sometimes they are really true
nonetheless, let heart
beat with your clever brain’s wit
’cause love needs both: heart and mind.

©2016 Rosemawrites@A Reading Writer. All Rights Reserved.

Photo credit:McKinley Law

In response to Daily Post: Superstition and Napowrimo Day 9.


Today, I challenge you to write a poem that includes a line that you’re afraid to write.


The Somonka, is a Japanese verse form that takes the frame of 2 tankas and carries a central theme of love. From that point there are differences of opinion in the scope of the subject and in how many poets are involved. The earliest Somonkas can be found as far back as the Man’yôshû, 1st century AD. They were the exchange of romantic poems between court lovers. Viola Berg’s Pathways For a Poet-1973 refers to the Somonka as the Rengo.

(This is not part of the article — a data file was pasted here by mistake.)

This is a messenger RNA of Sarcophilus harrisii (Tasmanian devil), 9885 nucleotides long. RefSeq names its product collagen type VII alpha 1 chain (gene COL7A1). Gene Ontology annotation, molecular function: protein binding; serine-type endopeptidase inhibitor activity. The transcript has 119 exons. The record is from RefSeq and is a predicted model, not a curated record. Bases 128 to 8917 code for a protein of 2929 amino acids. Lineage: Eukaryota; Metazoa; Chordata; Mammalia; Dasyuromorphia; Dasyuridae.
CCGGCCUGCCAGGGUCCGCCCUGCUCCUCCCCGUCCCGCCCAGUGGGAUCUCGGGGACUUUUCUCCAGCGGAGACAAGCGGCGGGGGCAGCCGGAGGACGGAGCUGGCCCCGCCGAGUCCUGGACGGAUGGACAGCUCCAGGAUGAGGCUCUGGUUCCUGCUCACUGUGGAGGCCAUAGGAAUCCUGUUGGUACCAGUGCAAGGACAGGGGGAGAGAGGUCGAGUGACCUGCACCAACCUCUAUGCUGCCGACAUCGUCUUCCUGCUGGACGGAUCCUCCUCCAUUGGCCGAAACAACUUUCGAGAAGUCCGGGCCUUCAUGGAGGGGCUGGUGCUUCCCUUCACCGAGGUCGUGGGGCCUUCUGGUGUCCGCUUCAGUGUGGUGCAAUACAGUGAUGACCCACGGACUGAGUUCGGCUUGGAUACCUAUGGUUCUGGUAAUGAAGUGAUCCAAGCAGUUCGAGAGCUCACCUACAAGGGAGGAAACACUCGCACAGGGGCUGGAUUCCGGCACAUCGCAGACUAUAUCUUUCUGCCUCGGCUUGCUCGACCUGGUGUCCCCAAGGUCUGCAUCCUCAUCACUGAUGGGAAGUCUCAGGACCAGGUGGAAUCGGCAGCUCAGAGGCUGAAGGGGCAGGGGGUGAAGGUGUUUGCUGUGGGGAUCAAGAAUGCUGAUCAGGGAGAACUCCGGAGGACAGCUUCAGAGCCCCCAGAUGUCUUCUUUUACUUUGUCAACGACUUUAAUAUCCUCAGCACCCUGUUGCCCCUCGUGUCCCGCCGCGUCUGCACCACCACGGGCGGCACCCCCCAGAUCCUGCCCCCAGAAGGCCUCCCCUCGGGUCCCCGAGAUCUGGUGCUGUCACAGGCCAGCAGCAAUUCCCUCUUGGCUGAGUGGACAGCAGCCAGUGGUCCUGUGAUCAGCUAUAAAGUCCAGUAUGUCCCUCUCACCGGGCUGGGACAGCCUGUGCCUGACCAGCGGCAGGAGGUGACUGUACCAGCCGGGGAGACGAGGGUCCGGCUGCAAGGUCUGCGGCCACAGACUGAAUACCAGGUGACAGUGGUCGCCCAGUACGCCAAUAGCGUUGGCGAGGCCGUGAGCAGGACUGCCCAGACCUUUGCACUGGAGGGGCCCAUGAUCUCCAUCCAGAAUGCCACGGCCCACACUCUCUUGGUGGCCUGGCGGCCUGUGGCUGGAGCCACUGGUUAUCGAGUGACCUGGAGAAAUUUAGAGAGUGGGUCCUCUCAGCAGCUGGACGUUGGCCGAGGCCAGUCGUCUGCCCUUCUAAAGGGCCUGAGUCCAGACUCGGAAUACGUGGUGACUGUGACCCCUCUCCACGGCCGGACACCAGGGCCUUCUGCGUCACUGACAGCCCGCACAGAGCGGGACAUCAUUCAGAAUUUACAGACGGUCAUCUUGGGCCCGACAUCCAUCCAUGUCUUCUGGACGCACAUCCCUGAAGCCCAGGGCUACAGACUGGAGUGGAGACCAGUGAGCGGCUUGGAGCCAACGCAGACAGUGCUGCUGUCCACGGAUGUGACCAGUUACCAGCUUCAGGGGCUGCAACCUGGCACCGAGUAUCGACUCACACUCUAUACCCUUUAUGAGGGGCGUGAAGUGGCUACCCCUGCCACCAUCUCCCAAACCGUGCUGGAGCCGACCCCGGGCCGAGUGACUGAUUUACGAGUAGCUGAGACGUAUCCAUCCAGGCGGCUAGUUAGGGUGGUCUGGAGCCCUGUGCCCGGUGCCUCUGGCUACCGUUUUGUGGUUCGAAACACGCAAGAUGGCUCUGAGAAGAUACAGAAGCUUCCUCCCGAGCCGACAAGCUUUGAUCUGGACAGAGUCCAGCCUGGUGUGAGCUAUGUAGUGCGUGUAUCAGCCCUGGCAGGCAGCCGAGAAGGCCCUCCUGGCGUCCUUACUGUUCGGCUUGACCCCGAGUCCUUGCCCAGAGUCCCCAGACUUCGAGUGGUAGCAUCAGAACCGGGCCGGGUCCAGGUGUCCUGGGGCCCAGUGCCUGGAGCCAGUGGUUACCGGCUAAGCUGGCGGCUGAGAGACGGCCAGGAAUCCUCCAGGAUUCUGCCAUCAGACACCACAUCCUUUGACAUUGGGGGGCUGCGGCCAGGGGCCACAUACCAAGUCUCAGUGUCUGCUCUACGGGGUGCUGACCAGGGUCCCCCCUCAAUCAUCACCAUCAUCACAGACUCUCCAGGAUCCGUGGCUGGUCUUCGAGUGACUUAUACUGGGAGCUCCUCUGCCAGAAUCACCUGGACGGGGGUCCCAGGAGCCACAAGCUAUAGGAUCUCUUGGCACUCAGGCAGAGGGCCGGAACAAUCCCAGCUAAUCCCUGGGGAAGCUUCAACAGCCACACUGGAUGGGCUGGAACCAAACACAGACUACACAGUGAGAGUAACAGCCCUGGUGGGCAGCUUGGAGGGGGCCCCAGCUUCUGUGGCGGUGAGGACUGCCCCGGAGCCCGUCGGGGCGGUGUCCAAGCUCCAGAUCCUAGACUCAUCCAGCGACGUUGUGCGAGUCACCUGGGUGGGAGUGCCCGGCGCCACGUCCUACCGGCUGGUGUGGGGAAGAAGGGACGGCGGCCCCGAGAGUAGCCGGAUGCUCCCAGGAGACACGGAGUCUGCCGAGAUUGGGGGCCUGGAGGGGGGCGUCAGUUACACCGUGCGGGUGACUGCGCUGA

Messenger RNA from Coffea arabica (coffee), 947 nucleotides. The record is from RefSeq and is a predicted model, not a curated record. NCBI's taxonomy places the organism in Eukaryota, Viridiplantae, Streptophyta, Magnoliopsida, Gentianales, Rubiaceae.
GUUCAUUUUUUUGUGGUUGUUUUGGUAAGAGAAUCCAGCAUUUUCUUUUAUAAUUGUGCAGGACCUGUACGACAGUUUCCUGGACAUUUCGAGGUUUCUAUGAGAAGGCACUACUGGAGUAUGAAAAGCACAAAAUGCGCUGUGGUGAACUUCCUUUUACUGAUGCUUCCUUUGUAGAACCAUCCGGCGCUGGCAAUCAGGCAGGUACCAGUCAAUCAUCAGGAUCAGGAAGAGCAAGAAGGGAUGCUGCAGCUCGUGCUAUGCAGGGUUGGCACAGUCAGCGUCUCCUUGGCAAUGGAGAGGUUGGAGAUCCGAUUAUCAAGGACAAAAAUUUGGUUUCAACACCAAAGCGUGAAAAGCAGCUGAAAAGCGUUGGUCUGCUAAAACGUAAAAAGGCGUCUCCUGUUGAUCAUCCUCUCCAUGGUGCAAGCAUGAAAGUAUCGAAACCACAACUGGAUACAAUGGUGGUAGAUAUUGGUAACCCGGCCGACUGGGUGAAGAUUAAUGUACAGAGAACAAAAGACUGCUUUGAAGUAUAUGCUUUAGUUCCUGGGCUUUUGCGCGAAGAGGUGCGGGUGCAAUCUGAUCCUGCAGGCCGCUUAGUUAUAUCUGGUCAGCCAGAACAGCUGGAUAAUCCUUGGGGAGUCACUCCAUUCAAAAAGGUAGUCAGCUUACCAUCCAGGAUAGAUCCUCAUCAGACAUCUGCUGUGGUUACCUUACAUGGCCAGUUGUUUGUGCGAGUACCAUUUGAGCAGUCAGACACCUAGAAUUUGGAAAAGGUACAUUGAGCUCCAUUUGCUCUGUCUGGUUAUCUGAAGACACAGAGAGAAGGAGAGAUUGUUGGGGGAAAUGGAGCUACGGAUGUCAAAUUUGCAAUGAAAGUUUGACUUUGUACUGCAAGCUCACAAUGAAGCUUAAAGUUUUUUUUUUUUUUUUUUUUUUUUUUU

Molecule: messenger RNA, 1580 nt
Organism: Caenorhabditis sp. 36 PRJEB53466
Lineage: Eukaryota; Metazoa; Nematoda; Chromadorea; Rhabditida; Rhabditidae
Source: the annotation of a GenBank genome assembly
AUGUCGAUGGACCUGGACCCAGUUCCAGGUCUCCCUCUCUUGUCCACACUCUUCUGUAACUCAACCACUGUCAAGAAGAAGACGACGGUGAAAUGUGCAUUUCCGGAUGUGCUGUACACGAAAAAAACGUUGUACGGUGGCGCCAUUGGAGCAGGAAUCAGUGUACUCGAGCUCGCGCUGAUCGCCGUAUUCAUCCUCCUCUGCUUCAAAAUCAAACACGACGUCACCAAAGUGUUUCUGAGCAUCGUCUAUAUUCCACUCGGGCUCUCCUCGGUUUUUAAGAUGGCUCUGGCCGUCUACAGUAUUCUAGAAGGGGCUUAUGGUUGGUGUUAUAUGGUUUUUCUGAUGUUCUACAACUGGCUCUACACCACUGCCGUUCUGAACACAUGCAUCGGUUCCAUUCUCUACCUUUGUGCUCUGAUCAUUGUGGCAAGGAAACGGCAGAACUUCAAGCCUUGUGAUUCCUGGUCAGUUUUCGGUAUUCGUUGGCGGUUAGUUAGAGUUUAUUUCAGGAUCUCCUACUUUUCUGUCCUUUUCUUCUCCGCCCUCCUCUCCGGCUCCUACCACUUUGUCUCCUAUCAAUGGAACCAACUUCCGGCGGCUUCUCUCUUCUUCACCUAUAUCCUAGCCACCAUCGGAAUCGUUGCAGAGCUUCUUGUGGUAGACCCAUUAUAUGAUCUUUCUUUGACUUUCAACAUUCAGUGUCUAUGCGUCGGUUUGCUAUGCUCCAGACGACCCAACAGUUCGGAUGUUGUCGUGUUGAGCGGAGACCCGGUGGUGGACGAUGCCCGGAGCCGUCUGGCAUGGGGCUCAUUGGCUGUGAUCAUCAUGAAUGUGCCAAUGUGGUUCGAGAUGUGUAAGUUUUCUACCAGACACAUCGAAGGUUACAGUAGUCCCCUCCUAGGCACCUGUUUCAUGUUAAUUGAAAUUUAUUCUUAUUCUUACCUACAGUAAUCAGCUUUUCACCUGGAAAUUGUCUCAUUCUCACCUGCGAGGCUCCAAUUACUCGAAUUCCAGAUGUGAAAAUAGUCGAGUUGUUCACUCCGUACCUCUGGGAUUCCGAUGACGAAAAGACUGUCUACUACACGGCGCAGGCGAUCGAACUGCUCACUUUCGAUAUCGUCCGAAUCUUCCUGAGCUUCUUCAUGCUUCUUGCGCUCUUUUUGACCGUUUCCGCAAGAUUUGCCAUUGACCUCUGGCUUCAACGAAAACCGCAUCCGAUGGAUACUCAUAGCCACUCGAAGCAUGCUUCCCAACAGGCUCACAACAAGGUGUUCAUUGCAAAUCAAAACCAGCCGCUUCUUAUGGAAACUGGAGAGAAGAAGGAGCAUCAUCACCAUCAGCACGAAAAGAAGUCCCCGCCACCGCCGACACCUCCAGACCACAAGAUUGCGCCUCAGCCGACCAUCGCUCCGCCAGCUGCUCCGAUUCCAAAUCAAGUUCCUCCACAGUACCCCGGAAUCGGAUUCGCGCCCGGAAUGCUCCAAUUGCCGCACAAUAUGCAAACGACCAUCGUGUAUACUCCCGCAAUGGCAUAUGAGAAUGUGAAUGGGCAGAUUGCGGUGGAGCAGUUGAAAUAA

The Somonka is:

  • a poem in 10 lines, made up of 2 tankas.
  • syllabic, 5-7-5-7-7 5-7-5-7-7 syllables per line.
  • composed in the form of statement-response,
  • often written by 2 poets, one writing the statement the other the response but a single poet can write both parts.
  • titled.
  • unrhymed.
  • built around the theme of love.

Old Rose: A Rhupunt*


Old Rose: A Rhupunt*
(A Fictional Love Letter)

Exudes radiance
sweet, soft fragrance
amid thorn’s glance
my heart sighs fine.

Bold red now fades
with days you aged
my love’s not caged
you are still mine.

©2016 Rosemawrites@A Reading Writer. All Rights Reserved.

Photo credit: Ravi Pinisetti

In response to Daily Post: Tricky and Napowrimo Day 8.


Today, I challenge you to add your own poem to this long tradition, by finding a flower, and versifying in its honor.


Rhupunt, rhée-pint is as old as Welsh poetry and is found in the earliest writings in the Black Book of Carmarthen (late 12th century). It is the 13th codified Welsh meter, an Awdl,